The latest step in a Jewish family’s 16-year battle to reclaim a priceless painting their heirs surrendered in exchange for safe passage out of Nazi Germany moves to a Southern California courtroom on Monday.
Attorney David Boies will argue before the 9th U.S. Circuit Court of Appeals that Impressionist Camille Pissarro’s 1897 work rightfully belongs to the family of Lilly Cassirer.
Cassirer and her husband gave it up in 1939 in exchange for visas allowing safe passage to England ahead of the Holocaust.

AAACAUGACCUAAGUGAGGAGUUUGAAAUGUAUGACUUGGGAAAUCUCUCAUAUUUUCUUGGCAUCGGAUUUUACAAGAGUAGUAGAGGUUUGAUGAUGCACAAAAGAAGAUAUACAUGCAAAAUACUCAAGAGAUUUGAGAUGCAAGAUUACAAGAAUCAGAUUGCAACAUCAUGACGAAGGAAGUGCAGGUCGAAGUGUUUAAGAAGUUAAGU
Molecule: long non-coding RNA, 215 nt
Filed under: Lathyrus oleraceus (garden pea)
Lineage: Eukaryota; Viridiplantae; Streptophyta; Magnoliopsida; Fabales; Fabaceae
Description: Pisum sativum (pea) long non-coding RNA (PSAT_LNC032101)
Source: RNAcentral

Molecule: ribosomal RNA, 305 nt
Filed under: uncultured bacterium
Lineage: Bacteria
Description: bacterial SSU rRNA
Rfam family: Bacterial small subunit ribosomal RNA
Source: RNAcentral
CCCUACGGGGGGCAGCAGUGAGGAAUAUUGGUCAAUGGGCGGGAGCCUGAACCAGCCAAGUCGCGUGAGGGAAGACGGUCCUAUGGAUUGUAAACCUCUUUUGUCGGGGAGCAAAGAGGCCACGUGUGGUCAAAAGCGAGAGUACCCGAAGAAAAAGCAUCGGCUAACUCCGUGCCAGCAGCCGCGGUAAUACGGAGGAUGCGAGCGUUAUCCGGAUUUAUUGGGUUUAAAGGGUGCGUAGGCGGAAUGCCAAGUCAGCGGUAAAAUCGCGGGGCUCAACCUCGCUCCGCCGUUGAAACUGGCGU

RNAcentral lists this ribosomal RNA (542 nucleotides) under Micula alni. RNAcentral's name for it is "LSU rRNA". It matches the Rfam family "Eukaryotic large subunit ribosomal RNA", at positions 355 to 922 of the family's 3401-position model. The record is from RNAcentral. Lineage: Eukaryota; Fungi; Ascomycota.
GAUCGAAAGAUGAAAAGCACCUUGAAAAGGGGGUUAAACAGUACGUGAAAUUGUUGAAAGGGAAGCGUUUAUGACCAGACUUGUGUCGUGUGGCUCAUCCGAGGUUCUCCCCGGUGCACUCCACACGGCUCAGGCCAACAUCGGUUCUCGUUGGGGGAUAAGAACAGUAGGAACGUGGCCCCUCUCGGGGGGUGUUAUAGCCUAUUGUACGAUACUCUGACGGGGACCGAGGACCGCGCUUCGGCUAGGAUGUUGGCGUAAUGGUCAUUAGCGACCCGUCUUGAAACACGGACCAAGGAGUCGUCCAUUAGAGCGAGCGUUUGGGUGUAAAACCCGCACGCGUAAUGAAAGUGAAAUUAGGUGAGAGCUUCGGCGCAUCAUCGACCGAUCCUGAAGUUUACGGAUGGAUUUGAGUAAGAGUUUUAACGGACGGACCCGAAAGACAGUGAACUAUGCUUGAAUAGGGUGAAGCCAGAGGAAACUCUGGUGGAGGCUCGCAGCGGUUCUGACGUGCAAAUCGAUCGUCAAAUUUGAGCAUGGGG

Spain’s Thyssen-Bornemisza Museum maintains Pissarro’s “Rue St.-Honore, Apres-Midi, Effet de Pluie” was acquired in good faith and should remain in Spain.
The museum says Cassirer lost her rights to the painting when Germany paid her $13,000 in 1958.
It has since been appraised at more than $30 million.
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